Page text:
CEO of a skilled nursing facility staring at his laptop with his glasses in hand

Journey to PDPM, Stage 1: Conceptualize

The Conceptualize phase in your journey is all about the plan. The plan you develop in this stage is the roadmap that will guide you throughout this journey. The changes you need to make along the way will be built on your gap analysis — from the review of all the changes to your current state using the RUGS approach to reimbursement, to the end state of mastering PDPM, all these changes will need to be planned and executed accordingly.

It is important to remember that PDPM is not just a payment shift, it requires a cultural change in care delivery, care delivery models, and a clear understanding of how your technology will support your PDPM journey. Change management will be the key to success and you need to focus on:

  • Optimizing reimbursement
  • Addressing their facility’s changing resident populations
  • Preparing for the impact of the change

To determine what your comprehensive plan should include, you should be reviewing the potential impact of PDPM, determining and examining workflows, finding what needs to change, getting an understanding of what education and advanced skills staff may need in order to get you to your end state, and obtaining an understanding of how referral partners and vendors will support you in this transition. 

This is also a great opportunity to align QAPI requirements under the ROP to your PDPM activities. Your journey is a Quality Assurance and Improvement Plan — it follows the basics of QIPS; conceptualize what you need to do (Plan), standardize and Implement the things you need to do (Do), analyze the data to confirm progress (Check), optimize processes by closing any further gaps, make improvements and update resources, operationalize those resources across the organization, and scale the changes needed (Act).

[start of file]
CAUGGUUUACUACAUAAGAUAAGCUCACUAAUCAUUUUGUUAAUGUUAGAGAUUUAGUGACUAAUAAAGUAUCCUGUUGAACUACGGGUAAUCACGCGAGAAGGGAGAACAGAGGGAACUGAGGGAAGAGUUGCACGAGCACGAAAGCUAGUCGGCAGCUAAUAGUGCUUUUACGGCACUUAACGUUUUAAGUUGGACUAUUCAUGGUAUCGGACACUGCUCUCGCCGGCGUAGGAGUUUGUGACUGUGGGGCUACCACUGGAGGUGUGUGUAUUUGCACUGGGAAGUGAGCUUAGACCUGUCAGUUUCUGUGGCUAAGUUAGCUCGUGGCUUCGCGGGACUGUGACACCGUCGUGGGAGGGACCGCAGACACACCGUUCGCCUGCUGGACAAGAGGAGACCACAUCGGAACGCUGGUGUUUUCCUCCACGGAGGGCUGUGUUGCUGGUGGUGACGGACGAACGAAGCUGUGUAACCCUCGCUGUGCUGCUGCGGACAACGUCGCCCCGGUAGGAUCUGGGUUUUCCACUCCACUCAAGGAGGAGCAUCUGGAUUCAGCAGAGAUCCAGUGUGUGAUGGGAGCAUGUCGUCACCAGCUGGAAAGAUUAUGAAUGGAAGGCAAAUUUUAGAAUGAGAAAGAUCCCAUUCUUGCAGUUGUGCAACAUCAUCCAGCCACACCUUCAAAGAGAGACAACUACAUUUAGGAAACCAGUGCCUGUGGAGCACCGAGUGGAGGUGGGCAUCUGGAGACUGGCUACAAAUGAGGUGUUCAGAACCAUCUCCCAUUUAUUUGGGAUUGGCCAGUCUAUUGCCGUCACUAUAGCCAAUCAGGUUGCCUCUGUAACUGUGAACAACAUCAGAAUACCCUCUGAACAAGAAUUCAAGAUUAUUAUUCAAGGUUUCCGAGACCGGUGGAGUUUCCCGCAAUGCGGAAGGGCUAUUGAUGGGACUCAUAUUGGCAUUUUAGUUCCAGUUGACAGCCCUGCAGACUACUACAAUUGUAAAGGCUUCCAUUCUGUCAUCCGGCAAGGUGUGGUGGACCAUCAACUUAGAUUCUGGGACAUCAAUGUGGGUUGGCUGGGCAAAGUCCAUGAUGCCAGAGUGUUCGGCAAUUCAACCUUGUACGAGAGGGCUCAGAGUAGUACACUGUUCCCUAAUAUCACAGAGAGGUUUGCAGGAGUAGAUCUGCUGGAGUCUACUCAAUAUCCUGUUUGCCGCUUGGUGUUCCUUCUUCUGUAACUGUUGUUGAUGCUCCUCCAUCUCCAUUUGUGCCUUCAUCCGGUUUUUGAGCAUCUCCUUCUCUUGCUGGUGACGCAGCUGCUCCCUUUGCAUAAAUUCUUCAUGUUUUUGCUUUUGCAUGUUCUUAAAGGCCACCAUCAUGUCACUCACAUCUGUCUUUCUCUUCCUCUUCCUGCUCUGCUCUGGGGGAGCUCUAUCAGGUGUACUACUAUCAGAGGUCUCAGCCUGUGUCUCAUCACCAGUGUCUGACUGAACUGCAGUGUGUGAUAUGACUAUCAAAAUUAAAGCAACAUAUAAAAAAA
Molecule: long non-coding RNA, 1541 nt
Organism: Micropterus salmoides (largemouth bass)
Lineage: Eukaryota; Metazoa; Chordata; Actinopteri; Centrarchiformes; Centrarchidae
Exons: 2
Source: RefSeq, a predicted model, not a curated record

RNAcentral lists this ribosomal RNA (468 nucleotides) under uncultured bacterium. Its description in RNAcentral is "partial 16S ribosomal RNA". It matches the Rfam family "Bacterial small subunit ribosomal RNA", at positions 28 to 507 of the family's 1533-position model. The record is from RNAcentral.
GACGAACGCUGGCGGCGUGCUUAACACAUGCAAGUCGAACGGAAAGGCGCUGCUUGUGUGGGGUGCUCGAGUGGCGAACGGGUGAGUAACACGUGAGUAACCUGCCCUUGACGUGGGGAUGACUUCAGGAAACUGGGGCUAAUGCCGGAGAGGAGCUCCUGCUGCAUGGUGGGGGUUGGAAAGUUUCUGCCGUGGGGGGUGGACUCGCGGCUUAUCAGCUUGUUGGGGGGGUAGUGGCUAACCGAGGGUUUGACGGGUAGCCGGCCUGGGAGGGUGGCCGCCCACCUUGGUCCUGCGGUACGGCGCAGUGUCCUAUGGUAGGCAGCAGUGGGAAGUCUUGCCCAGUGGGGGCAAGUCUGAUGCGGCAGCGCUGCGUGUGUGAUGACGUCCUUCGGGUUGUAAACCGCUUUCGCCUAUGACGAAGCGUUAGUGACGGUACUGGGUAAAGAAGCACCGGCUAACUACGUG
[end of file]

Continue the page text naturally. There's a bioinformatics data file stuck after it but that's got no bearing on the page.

Though this isn’t intended to be a comprehensive list, every home has its own unique processes and will have its own objectives to achieve in the journey, here are some areas you should be considering in developing your plan.

1.Understand the Impact PDPM will have on business and operations

The current RUGS payment model incentivizes the volume of therapy minutes provided. PDPM is intended to appropriately and holistically reimburse providers for treating the patient’s specific needs. Understanding the impact of this change on care and billing processes is the key to a successful journey through PDPM.

There are many sources of information out there to help with this part of your planning and you should use whatever data you have available. EHR vendors will have tools to help you understand where you may need to make changes and improvements. They should have tools that help you understand your current case mix and data that allows projections. These tools can be used to determine acuity mix to understand resources and project needs moving through PDPM.

For further information on understanding your impact, check out these resources:

  • CMS: has provided a tool that takes your 2017 MDS data and coverts it to PDPM case mix called the SNF PDPM Specific Provider Impact Analysis.
  • CASPAR: reports can give you trends over time that help you look for areas for improvement.